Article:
Dust

It was a hot summer evening and Lacy contemplated the setting sun from her perch by the window.  The dust shifted slightly as the wind blew.  She hadn’t seen rain for so long, she wondered if it would ever come back again.  The desolate landscape, empty buildings – sometimes they would get to her.

A portable Walkman CD player sat beside her and she picked it up and walked to the stacks of music – she looked through the stacks of CDs and finally found the one she wanted.  “Klemperer Beethoven Symphony No. 9 Choral” were printed on the front cover of the CD. She popped it into the Walkman – her walkman, really – and went back to looking out the window.  Night was coming on fast and with it, tendrils of sleep began to mingle with Lacy’s thoughts as she drifted off to sleep.

***

Lacy jolted awake.  She heard a ping as something hit the window beside her head.  She looked out quickly, surveying the street.  Her eyes locked on a boy, not much older than herself, who was getting ready to throw another rock at the window.  She backed away from the window and moved towards the large glass doors, yelling as she exited.

“Hey, stop throwing rocks at the window!”

The boy looked at her and a rock flew from his grasp, hitting her in the head. The impact knocked her back and, sitting down, she felt a trickle of blood make its way down her forehead and nose, until it reached her lips.  The metallic taste made its way to her mouth, and a surge of nausea came over her.  She had to work hard to steady herself, especially when she noticed that the boy was advancing on her.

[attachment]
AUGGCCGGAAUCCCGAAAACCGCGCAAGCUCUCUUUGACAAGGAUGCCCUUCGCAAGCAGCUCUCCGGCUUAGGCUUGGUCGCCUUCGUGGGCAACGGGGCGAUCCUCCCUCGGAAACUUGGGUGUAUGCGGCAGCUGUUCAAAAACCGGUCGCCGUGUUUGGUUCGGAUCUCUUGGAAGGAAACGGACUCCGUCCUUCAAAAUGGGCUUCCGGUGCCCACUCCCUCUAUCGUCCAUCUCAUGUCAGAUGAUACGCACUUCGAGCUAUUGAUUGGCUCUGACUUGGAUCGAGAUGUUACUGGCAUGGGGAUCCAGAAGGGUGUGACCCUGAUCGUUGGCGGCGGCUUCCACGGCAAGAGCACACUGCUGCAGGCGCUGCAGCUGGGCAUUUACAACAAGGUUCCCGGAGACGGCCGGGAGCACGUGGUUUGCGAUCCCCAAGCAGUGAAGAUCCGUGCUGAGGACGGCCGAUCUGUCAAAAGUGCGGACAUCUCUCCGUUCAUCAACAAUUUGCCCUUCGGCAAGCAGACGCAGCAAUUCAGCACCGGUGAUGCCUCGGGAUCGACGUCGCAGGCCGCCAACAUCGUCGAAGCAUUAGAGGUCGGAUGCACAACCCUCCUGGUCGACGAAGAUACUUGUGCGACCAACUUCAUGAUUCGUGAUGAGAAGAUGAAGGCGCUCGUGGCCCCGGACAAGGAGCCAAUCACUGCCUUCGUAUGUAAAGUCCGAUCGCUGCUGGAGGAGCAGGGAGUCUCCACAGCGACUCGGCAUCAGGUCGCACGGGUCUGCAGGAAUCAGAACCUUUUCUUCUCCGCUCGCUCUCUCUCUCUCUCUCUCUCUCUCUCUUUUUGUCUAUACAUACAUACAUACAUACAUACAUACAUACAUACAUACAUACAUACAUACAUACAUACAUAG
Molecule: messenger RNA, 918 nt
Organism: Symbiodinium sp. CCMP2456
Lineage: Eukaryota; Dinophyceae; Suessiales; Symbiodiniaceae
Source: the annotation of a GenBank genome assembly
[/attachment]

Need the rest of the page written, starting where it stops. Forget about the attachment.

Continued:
She started to get up to walk inside, but the boy’s words stopped her.

“I’m sorry for hitting you in the head.”

She looked at him.

“Well, why did you do it?”

“I don’t know.  I guess I didn’t know what to expect.  I was a bit scared, I guess.”

“Why?”

“It’s been a while since I’ve seen anybody.  I mean, after … ”

He stopped there.  He didn’t need to explain it – she already knew what he was talking about.  The memories remained with her.  In actuality, it wasn’t really a sudden collapse.  It wasn’t just one thing that happened, but rather a multitude.  The US had become a militant nation, a virulent strain of HIV that began infecting people by the millions and with people dying left and right, it wasn’t long before the revolution took hold.  But then, it was too late.  The already collapsing economy imploded, and amidst the blood and violence, very few remained alive.  And those that did knew how to protect themselves.  Lacy remembered her parents vaguely – remembered the privileged lives they’d had before everything fell apart.  She remembered ice cream and trips to the beach.  But now that was all behind her.  Dust and heat was all that was left.

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